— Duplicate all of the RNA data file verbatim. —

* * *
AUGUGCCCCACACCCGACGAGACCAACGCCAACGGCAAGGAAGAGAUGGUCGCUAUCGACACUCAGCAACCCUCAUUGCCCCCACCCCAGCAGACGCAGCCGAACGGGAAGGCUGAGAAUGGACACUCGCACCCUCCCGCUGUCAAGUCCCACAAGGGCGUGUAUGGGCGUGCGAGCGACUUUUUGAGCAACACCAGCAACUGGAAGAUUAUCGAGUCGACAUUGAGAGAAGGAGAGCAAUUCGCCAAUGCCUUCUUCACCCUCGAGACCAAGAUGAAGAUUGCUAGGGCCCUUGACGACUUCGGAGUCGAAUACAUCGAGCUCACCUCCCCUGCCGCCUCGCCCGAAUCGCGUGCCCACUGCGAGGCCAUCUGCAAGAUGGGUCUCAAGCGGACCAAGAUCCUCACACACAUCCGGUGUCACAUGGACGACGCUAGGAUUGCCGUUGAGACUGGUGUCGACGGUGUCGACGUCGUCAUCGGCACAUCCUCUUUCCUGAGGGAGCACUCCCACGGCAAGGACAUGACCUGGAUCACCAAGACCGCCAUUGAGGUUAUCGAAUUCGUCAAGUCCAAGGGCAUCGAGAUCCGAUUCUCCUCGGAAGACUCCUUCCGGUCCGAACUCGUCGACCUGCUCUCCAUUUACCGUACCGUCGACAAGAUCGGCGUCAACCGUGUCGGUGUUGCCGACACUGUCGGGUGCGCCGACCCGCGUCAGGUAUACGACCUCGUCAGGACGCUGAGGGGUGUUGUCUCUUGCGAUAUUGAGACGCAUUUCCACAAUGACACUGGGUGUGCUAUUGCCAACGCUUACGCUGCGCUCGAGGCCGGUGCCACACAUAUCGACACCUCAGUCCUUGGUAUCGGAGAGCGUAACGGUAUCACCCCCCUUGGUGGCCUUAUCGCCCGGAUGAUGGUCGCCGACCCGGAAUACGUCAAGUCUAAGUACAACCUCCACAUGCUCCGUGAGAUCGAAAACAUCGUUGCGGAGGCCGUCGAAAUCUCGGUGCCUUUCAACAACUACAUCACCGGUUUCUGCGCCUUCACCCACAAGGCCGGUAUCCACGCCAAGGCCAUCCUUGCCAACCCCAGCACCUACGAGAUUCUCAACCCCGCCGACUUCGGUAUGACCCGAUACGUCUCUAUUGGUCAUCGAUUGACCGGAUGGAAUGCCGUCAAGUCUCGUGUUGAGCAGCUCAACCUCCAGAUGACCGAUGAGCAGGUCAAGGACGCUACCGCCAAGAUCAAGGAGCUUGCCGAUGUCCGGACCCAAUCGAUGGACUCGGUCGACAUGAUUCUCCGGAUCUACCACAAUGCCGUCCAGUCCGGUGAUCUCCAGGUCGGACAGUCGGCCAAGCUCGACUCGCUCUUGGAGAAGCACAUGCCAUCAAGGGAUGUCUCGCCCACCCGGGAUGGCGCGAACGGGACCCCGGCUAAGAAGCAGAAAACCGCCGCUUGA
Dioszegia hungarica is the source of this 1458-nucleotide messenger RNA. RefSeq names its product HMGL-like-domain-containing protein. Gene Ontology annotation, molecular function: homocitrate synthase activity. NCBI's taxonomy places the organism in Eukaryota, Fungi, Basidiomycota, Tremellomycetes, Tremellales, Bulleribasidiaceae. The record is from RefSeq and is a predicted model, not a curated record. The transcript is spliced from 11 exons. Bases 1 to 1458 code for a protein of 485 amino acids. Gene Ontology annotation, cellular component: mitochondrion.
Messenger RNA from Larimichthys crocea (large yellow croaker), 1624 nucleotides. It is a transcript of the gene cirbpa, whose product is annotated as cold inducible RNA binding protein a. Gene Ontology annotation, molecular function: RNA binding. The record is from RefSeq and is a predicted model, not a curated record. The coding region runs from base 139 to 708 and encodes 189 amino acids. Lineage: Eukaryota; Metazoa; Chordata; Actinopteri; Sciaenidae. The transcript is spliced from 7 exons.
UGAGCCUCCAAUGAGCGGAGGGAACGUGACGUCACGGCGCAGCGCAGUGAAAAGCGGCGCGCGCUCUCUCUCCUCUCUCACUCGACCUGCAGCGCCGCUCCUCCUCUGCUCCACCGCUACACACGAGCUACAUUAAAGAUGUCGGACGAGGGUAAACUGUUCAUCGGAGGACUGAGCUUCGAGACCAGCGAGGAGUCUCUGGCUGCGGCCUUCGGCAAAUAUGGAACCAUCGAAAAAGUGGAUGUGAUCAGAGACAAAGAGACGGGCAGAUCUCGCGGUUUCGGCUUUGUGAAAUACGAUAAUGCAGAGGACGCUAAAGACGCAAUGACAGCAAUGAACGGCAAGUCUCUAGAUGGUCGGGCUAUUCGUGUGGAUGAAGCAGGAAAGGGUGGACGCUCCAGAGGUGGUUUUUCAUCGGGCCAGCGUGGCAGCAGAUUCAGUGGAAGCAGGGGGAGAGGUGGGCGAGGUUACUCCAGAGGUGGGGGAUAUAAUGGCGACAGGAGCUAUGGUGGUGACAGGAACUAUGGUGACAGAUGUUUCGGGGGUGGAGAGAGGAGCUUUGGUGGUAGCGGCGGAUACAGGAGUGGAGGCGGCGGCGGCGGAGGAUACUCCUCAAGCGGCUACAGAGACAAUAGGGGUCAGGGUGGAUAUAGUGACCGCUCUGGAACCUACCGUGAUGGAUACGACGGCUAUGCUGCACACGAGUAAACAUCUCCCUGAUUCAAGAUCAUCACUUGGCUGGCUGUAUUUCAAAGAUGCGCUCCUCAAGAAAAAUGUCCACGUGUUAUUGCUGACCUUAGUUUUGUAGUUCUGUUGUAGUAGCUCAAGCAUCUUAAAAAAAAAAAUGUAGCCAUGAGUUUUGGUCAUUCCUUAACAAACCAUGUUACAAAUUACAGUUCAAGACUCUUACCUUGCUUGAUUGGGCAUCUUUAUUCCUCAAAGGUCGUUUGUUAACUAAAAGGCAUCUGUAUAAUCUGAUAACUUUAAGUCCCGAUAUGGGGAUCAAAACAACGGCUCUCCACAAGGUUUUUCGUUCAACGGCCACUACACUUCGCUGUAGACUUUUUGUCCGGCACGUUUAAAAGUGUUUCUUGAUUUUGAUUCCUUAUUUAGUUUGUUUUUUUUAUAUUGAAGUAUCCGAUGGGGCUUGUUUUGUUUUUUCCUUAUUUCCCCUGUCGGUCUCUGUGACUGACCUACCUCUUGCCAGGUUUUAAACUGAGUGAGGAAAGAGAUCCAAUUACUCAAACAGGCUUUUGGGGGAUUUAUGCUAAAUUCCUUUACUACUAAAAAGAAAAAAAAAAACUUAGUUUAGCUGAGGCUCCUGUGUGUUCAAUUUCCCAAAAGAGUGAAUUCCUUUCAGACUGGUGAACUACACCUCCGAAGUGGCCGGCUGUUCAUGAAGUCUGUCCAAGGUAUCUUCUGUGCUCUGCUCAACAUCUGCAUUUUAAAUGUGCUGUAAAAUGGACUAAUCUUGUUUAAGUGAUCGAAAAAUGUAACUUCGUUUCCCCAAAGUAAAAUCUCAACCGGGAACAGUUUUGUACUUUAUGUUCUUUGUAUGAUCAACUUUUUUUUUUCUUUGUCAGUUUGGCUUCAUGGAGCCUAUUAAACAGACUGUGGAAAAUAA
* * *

AUGUGCCCCACACCCGACGAGACCAACGCCAACGGCAAGGAAGAGAUGGUCGCUAUCGACACUCAGCAACCCUCAUUGCCCCCACCCCAGCAGACGCAGCCGAACGGGAAGGCUGAGAAUGGACACUCGCACCCUCCCGCUGUCAAGUCCCACAAGGGCGUGUAUGGGCGUGCGAGCGACUUUUUGAGCAACACCAGCAACUGGAAGAUUAUCGAGUCGACAUUGAGAGAAGGAGAGCAAUUCGCCAAUGCCUUCUUCACCCUCGAGACCAAGAUGAAGAUUGCUAGGGCCCUUGACGACUUCGGAGUCGAAUACAUCGAGCUCACCUCCCCUGCCGCCUCGCCCGAAUCGCGUGCCCACUGCGAGGCCAUCUGCAAGAUGGGUCUCAAGCGGACCAAGAUCCUCACACACAUCCGGUGUCACAUGGACGACGCUAGGAUUGCCGUUGAGACUGGUGUCGACGGUGUCGACGUCGUCAUCGGCACAUCCUCUUUCCUGAGGGAGCACUCCCACGGCAAGGACAUGACCUGGAUCACCAAGACCGCCAUUGAGGUUAUCGAAUUCGUCAAGUCCAAGGGCAUCGAGAUCCGAUUCUCCUCGGAAGACUCCUUCCGGUCCGAACUCGUCGACCUGCUCUCCAUUUACCGUACCGUCGACAAGAUCGGCGUCAACCGUGUCGGUGUUGCCGACACUGUCGGGUGCGCCGACCCGCGUCAGGUAUACGACCUCGUCAGGACGCUGAGGGGUGUUGUCUCUUGCGAUAUUGAGACGCAUUUCCACAAUGACACUGGGUGUGCUAUUGCCAACGCUUACGCUGCGCUCGAGGCCGGUGCCACACAUAUCGACACCUCAGUCCUUGGUAUCGGAGAGCGUAACGGUAUCACCCCCCUUGGUGGCCUUAUCGCCCGGAUGAUGGUCGCCGACCCGGAAUACGUCAAGUCUAAGUACAACCUCCACAUGCUCCGUGAGAUCGAAAACAUCGUUGCGGAGGCCGUCGAAAUCUCGGUGCCUUUCAACAACUACAUCACCGGUUUCUGCGCCUUCACCCACAAGGCCGGUAUCCACGCCAAGGCCAUCCUUGCCAACCCCAGCACCUACGAGAUUCUCAACCCCGCCGACUUCGGUAUGACCCGAUACGUCUCUAUUGGUCAUCGAUUGACCGGAUGGAAUGCCGUCAAGUCUCGUGUUGAGCAGCUCAACCUCCAGAUGACCGAUGAGCAGGUCAAGGACGCUACCGCCAAGAUCAAGGAGCUUGCCGAUGUCCGGACCCAAUCGAUGGACUCGGUCGACAUGAUUCUCCGGAUCUACCACAAUGCCGUCCAGUCCGGUGAUCUCCAGGUCGGACAGUCGGCCAAGCUCGACUCGCUCUUGGAGAAGCACAUGCCAUCAAGGGAUGUCUCGCCCACCCGGGAUGGCGCGAACGGGACCCCGGCUAAGAAGCAGAAAACCGCCGCUUGA
Dioszegia hungarica is the source of this 1458-nucleotide messenger RNA. RefSeq names its product HMGL-like-domain-containing protein. Gene Ontology annotation, molecular function: homocitrate synthase activity. NCBI's taxonomy places the organism in Eukaryota, Fungi, Basidiomycota, Tremellomycetes, Tremellales, Bulleribasidiaceae. The record is from RefSeq and is a predicted model, not a curated record. The transcript is spliced from 11 exons. Bases 1 to 1458 code for a protein of 485 amino acids. Gene Ontology annotation, cellular component: mitochondrion.
Messenger RNA from Larimichthys crocea (large yellow croaker), 1624 nucleotides. It is a transcript of the gene cirbpa, whose product is annotated as cold inducible RNA binding protein a. Gene Ontology annotation, molecular function: RNA binding. The record is from RefSeq and is a predicted model, not a curated record. The coding region runs from base 139 to 708 and encodes 189 amino acids. Lineage: Eukaryota; Metazoa; Chordata; Actinopteri; Sciaenidae. The transcript is spliced from 7 exons.
UGAGCCUCCAAUGAGCGGAGGGAACGUGACGUCACGGCGCAGCGCAGUGAAAAGCGGCGCGCGCUCUCUCUCCUCUCUCACUCGACCUGCAGCGCCGCUCCUCCUCUGCUCCACCGCUACACACGAGCUACAUUAAAGAUGUCGGACGAGGGUAAACUGUUCAUCGGAGGACUGAGCUUCGAGACCAGCGAGGAGUCUCUGGCUGCGGCCUUCGGCAAAUAUGGAACCAUCGAAAAAGUGGAUGUGAUCAGAGACAAAGAGACGGGCAGAUCUCGCGGUUUCGGCUUUGUGAAAUACGAUAAUGCAGAGGACGCUAAAGACGCAAUGACAGCAAUGAACGGCAAGUCUCUAGAUGGUCGGGCUAUUCGUGUGGAUGAAGCAGGAAAGGGUGGACGCUCCAGAGGUGGUUUUUCAUCGGGCCAGCGUGGCAGCAGAUUCAGUGGAAGCAGGGGGAGAGGUGGGCGAGGUUACUCCAGAGGUGGGGGAUAUAAUGGCGACAGGAGCUAUGGUGGUGACAGGAACUAUGGUGACAGAUGUUUCGGGGGUGGAGAGAGGAGCUUUGGUGGUAGCGGCGGAUACAGGAGUGGAGGCGGCGGCGGCGGAGGAUACUCCUCAAGCGGCUACAGAGACAAUAGGGGUCAGGGUGGAUAUAGUGACCGCUCUGGAACCUACCGUGAUGGAUACGACGGCUAUGCUGCACACGAGUAAACAUCUCCCUGAUUCAAGAUCAUCACUUGGCUGGCUGUAUUUCAAAGAUGCGCUCCUCAAGAAAAAUGUCCACGUGUUAUUGCUGACCUUAGUUUUGUAGUUCUGUUGUAGUAGCUCAAGCAUCUUAAAAAAAAAAAUGUAGCCAUGAGUUUUGGUCAUUCCUUAACAAACCAUGUUACAAAUUACAGUUCAAGACUCUUACCUUGCUUGAUUGGGCAUCUUUAUUCCUCAAAGGUCGUUUGUUAACUAAAAGGCAUCUGUAUAAUCUGAUAACUUUAAGUCCCGAUAUGGGGAUCAAAACAACGGCUCUCCACAAGGUUUUUCGUUCAACGGCCACUACACUUCGCUGUAGACUUUUUGUCCGGCACGUUUAAAAGUGUUUCUUGAUUUUGAUUCCUUAUUUAGUUUGUUUUUUUUAUAUUGAAGUAUCCGAUGGGGCUUGUUUUGUUUUUUCCUUAUUUCCCCUGUCGGUCUCUGUGACUGACCUACCUCUUGCCAGGUUUUAAACUGAGUGAGGAAAGAGAUCCAAUUACUCAAACAGGCUUUUGGGGGAUUUAUGCUAAAUUCCUUUACUACUAAAAAGAAAAAAAAAAACUUAGUUUAGCUGAGGCUCCUGUGUGUUCAAUUUCCCAAAAGAGUGAAUUCCUUUCAGACUGGUGAACUACACCUCCGAAGUGGCCGGCUGUUCAUGAAGUCUGUCCAAGGUAUCUUCUGUGCUCUGCUCAACAUCUGCAUUUUAAAUGUGCUGUAAAAUGGACUAAUCUUGUUUAAGUGAUCGAAAAAUGUAACUUCGUUUCCCCAAAGUAAAAUCUCAACCGGGAACAGUUUUGUACUUUAUGUUCUUUGUAUGAUCAACUUUUUUUUUUCUUUGUCAGUUUGGCUUCAUGGAGCCUAUUAAACAGACUGUGGAAAAUAA